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Need some advice after cooking my first pastrami

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    Need some advice after cooking my first pastrami

    HI All,
    I am a newbie here. I just cooked my first pastrami. I followed Meathead's recipe. I used a prepared 4.4 lb corned beef, 1 3/4" thick. Soaked in water for 12 hours, changed the water twice. Used Meathead's spice recipe. Weber kettle with SNS, BBQ Guru at 225 deg, apple wood. The cook took 14 hours. On the Weber for 11 hours at 225 deg, then the last 3 hours in the over at 235 deg to get IT of 203 deg. Incredible crust, great flavor, very tender, pretty moist. My question - why did it take SOOOOO long? I monitored the grill temp and IT with multiple different thermometers just to make sure I was getting accurate readings. Thank you!!!

    #2
    Don't smoke at 225. Smoke at 275. For some reason people treat 225 as 'the' temp and it's not. 275 will be fine and a lot faster

    Comment


    • Peaceful
      Peaceful commented
      Editing a comment
      OK, thank you. I just assumed 225 deg all the way through. I will give that a try next time.

    #3
    Once the bark is fully formed, it's fine to wrap in foil to speed the process along.

    Comment


    • Peaceful
      Peaceful commented
      Editing a comment
      Thank you! I was thinking of wrapping in foil as it was taking so long, but I was concerned about softening the bark. Not so? Do you put it back on the grill naked to crisp/firm-up the bark?

    • fzxdoc
      fzxdoc commented
      Editing a comment
      Peaceful, I wrap pastrami in foil sometimes, depending on its desired ETA. Wrap tightly in two separate layers of heavy duty foil once the bark is good and set at about 180° internal and you'll still enjoy that great bark, just as Steve R. says.

      Kathryn

    #4
    When I first started grilling/smoking I also thought 225 was the "go to" temp, but like rickgregory said try a little hotter next time and you will be surprised at the drastic drop in time necessary. My "go to" temp on the kettle is 250 (will vary +/-20 degrees) but after I wrap will bump it up to 275. We do like pastrami too, I will be watching our local Walmart as they put flats and points on sale prior to St. Pats Day, bought 10 points last year which make fantastic pastrami.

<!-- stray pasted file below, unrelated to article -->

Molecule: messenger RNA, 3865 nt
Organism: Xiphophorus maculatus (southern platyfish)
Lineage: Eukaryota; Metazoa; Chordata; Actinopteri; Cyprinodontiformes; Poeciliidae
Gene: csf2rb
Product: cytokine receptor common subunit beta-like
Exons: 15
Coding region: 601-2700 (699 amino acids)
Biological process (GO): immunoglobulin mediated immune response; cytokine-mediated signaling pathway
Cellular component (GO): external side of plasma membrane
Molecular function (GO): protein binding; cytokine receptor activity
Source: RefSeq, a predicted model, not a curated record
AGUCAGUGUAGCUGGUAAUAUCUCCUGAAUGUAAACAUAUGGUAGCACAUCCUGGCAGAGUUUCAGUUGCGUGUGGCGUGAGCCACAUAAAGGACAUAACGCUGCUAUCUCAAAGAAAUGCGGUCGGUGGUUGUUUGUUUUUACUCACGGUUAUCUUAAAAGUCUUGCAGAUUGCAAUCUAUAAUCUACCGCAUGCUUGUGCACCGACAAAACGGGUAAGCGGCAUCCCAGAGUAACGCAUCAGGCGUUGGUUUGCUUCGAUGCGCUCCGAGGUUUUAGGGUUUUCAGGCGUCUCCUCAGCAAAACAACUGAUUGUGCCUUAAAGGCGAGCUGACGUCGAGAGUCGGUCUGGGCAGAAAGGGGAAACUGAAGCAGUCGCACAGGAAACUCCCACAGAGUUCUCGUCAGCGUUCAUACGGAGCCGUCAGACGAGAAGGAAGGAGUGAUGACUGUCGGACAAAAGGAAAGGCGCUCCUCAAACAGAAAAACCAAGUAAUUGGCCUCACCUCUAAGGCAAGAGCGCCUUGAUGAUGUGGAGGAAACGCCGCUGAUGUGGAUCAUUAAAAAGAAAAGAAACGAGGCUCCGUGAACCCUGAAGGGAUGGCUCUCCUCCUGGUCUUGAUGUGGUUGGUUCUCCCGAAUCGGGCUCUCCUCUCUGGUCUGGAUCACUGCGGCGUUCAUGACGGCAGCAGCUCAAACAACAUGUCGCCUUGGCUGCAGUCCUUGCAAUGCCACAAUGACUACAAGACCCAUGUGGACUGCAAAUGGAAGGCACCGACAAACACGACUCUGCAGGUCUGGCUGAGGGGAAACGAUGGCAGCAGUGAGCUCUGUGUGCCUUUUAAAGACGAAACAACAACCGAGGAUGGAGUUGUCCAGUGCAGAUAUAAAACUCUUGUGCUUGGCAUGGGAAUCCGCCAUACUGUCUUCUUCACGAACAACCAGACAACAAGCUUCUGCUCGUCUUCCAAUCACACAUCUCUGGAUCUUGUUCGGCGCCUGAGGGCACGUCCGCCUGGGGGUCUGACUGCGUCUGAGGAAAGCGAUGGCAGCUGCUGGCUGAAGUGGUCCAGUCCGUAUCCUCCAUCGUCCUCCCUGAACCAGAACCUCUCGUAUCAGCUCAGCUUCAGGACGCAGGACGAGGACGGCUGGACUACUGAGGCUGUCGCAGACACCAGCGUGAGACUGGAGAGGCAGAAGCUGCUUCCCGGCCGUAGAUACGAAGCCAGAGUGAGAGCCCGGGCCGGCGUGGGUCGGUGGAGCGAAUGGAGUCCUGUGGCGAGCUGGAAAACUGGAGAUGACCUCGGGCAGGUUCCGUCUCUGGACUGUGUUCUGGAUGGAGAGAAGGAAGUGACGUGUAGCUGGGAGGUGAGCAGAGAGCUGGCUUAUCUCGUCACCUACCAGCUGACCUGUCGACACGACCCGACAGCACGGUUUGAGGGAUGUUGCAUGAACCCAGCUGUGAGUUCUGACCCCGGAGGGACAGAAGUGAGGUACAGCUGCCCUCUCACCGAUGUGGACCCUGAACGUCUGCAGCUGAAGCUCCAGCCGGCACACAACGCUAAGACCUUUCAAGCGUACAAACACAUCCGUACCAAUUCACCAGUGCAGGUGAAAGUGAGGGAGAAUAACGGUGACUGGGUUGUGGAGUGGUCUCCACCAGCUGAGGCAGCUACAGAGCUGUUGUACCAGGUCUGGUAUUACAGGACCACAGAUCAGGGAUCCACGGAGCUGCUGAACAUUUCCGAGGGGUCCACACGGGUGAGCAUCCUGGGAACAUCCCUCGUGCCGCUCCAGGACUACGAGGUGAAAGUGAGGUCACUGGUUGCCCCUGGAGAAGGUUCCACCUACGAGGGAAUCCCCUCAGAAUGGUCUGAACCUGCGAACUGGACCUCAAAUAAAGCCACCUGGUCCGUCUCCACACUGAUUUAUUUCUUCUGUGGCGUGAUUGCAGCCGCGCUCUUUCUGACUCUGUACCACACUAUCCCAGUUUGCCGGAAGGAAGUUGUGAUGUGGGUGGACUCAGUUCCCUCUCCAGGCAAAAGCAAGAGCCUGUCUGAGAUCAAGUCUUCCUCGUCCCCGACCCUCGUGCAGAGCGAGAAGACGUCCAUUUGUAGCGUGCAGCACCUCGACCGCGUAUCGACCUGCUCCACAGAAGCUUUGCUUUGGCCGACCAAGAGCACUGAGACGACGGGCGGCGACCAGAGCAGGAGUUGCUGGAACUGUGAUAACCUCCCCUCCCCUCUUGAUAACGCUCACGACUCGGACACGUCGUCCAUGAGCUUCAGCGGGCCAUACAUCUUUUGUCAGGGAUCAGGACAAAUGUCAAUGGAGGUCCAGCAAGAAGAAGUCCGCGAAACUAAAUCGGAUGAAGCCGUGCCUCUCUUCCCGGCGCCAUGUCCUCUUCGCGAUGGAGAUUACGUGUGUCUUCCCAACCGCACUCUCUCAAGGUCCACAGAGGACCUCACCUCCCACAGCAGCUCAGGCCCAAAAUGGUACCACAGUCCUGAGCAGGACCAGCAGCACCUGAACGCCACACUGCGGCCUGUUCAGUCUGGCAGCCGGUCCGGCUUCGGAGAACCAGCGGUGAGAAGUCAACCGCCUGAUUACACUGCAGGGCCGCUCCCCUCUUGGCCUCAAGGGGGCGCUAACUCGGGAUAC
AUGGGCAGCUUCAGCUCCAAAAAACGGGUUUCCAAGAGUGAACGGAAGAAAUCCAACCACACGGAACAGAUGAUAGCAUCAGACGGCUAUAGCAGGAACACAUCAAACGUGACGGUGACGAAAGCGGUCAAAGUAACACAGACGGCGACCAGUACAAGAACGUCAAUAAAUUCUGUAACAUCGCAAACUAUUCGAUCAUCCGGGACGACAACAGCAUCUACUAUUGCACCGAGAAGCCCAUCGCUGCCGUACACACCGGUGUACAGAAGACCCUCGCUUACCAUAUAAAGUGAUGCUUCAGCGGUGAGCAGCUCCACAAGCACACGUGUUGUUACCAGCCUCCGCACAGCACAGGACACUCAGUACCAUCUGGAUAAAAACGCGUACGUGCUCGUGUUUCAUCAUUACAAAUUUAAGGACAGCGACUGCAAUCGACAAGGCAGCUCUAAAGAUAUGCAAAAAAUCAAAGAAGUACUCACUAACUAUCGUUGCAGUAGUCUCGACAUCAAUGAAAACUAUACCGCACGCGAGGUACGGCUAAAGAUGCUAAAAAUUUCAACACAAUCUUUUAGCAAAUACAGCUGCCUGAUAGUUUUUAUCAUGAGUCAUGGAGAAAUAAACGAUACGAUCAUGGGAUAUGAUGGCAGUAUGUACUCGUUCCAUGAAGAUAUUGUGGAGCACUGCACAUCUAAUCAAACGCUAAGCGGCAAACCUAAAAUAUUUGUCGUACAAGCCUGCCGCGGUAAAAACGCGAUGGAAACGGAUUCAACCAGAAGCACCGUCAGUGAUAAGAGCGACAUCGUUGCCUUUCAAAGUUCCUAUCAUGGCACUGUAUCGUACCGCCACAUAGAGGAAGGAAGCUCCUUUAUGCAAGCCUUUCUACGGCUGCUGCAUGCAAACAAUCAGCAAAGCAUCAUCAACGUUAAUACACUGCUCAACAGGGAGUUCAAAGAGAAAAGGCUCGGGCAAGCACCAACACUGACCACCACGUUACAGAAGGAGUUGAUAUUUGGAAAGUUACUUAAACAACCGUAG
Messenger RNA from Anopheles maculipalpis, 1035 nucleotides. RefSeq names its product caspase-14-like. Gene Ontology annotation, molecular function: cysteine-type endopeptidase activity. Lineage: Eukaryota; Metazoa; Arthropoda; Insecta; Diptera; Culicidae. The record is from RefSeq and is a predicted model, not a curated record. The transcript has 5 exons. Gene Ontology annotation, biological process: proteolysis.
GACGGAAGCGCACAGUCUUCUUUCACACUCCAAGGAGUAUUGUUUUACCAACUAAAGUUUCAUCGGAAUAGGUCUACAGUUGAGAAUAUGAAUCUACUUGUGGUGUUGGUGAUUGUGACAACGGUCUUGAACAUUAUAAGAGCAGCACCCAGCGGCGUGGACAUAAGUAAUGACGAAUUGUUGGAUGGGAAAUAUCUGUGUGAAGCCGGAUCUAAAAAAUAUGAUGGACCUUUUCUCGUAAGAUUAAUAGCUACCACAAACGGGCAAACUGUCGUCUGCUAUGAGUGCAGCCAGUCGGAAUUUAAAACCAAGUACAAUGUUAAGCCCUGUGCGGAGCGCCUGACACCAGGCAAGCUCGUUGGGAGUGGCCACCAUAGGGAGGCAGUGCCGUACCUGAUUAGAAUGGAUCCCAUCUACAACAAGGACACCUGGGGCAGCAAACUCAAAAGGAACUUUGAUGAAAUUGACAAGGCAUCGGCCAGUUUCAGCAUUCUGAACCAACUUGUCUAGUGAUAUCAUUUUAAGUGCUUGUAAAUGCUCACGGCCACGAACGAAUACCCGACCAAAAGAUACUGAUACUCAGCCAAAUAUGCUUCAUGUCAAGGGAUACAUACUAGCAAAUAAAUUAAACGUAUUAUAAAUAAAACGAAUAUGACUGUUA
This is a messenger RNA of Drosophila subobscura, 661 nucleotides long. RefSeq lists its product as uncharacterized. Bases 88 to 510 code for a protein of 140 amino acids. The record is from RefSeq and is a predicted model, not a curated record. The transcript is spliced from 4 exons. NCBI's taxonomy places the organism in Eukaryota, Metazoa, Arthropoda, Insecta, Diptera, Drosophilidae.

Comment


    • HawkerXP
      HawkerXP commented
      Editing a comment
      +1

    • Oak Smoke
      Oak Smoke commented
      Editing a comment
      I bought 8 of the Walmart points too. A friend had said that the Walmart points were fine to smoke without desalination. I tried one from Walmart and one from a local store right out of the package. They were rinsed and then rubbed with meatheads pastrami rub and cooked together so everything was the same. The Walmart was just fine, the other was way too salty.

    #5
    It's a stall just like any other brisket. With so much moisture inside it takes a while. I'm perfectly happy to use 225 when I have time, but sometimes 275 is better. Yesterday I used 275 because I didn't cook overnight, and it finished on time for dinner.

    Comment


      #6
      First. Welcome to the Pit!
      Second. If we can't see it. It never happened! Pictures, we must see pictures.....pictures of the good, bad or ugly cooks. Pictures of your dog, cat, sun rise and sunsets.

      Comment


      • Peaceful
        Peaceful commented
        Editing a comment